Grain-yield stability among tropical maize hybrids derived from doubled-haploid inbred lines under random drought stress and optimum moisture conditions
Sserumaga, Julius Pyton
Oikeh, Sylvester O.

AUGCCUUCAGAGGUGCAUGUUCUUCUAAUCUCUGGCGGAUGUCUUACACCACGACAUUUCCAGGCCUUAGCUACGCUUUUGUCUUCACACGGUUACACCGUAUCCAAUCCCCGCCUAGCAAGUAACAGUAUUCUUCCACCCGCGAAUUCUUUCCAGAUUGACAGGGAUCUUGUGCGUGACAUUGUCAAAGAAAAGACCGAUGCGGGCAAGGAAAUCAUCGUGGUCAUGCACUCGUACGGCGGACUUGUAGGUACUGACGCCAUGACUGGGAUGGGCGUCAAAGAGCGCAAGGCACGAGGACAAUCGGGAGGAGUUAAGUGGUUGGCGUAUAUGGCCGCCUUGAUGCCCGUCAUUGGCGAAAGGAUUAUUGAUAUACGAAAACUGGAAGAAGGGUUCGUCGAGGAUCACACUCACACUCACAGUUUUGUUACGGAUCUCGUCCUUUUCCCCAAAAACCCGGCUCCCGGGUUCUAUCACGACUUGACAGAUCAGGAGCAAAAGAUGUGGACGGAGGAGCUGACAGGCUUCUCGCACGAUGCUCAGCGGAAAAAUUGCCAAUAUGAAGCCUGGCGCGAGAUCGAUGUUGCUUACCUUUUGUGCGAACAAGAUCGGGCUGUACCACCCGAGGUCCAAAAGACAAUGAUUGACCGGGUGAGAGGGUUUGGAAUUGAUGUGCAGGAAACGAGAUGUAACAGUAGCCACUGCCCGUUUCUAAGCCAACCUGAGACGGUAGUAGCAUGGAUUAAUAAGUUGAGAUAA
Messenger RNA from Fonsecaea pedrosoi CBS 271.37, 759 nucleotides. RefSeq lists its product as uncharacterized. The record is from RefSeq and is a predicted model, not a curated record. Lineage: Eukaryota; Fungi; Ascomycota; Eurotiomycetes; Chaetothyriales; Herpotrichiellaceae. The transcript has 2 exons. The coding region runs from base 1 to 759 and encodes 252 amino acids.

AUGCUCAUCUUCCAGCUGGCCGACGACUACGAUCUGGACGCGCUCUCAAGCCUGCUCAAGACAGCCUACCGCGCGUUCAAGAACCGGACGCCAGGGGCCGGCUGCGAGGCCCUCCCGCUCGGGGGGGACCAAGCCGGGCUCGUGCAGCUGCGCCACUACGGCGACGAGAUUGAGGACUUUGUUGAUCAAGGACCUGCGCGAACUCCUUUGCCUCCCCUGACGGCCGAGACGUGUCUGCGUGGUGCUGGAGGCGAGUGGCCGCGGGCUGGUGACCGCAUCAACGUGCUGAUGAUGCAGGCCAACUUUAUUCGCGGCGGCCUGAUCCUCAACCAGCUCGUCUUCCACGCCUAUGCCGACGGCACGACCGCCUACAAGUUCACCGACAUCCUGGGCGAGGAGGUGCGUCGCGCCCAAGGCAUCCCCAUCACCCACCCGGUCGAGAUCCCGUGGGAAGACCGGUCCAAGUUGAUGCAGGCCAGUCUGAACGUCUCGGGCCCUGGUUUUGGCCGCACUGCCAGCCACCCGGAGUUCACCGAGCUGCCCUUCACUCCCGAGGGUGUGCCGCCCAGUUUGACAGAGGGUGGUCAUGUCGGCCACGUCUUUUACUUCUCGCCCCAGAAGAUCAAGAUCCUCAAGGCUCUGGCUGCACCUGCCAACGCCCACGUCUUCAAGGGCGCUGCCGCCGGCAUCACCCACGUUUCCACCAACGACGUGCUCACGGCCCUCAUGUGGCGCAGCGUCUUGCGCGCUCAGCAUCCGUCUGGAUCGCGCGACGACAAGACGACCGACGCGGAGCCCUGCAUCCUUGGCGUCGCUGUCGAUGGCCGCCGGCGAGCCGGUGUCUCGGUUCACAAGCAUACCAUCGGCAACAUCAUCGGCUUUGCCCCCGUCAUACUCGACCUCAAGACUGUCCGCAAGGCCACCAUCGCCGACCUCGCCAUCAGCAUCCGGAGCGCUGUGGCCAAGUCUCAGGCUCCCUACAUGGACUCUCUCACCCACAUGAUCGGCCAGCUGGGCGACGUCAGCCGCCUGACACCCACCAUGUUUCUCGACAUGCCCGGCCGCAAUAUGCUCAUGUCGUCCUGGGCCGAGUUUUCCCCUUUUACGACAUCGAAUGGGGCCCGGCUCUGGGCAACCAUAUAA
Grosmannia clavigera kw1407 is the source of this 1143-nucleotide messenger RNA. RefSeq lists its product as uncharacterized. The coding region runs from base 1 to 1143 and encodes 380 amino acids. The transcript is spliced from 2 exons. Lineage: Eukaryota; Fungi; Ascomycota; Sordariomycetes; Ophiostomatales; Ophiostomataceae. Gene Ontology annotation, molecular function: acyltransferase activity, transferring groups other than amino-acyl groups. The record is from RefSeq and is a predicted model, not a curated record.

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Drought is a devastating environmental stress in agriculture and hence a common target of plant breeding. A review of breeding progress on drought tolerance shows that, to a certain extent, selection for high yield in stress-free conditions indirectly improves yield in water-limiting conditions. The objectives of this study were to (i) assess the genotype environment (GE) interaction for grain yield (GY) and other agronomic traits for maize (Zea mays L.) across East African agro-ecologies; and (ii) evaluate agronomic performance and stability in Uganda and Tanzania under optimum and random drought conditions. Data were recorded for major agronomic traits. Genotype main effect plusGE(GGE) biplot analysis was used to assess the stability of varieties within various environments and across environments. Combined analysis of variance across optimum moisture and random drought environments indicated that locations, mean-squares for genotypes and GE were significant for most measured traits. The best hybrids, CKDHH1097 and CKDHH1090, gave GY advantages of 23%and 43%, respectively, over the commercial hybrid varieties under both optimum-moisture and random drought conditions. Across environments, geno typic variance was less than the GE variance for GY. The hybrids derived from doubled-haploid inbred lines produced higher GY and possessed acceptable agronomic traits compared with the commercial hybrids. Hybrid CKDHH1098 ranked second-best under optimum-moisture and drought-stress environments and was the most stable with broad adaptation to both environments. Use of the best doubled-haploids lines in test cross hybrids make-up, well targeted to the production environments, could boost maize production among farmers in East Africa.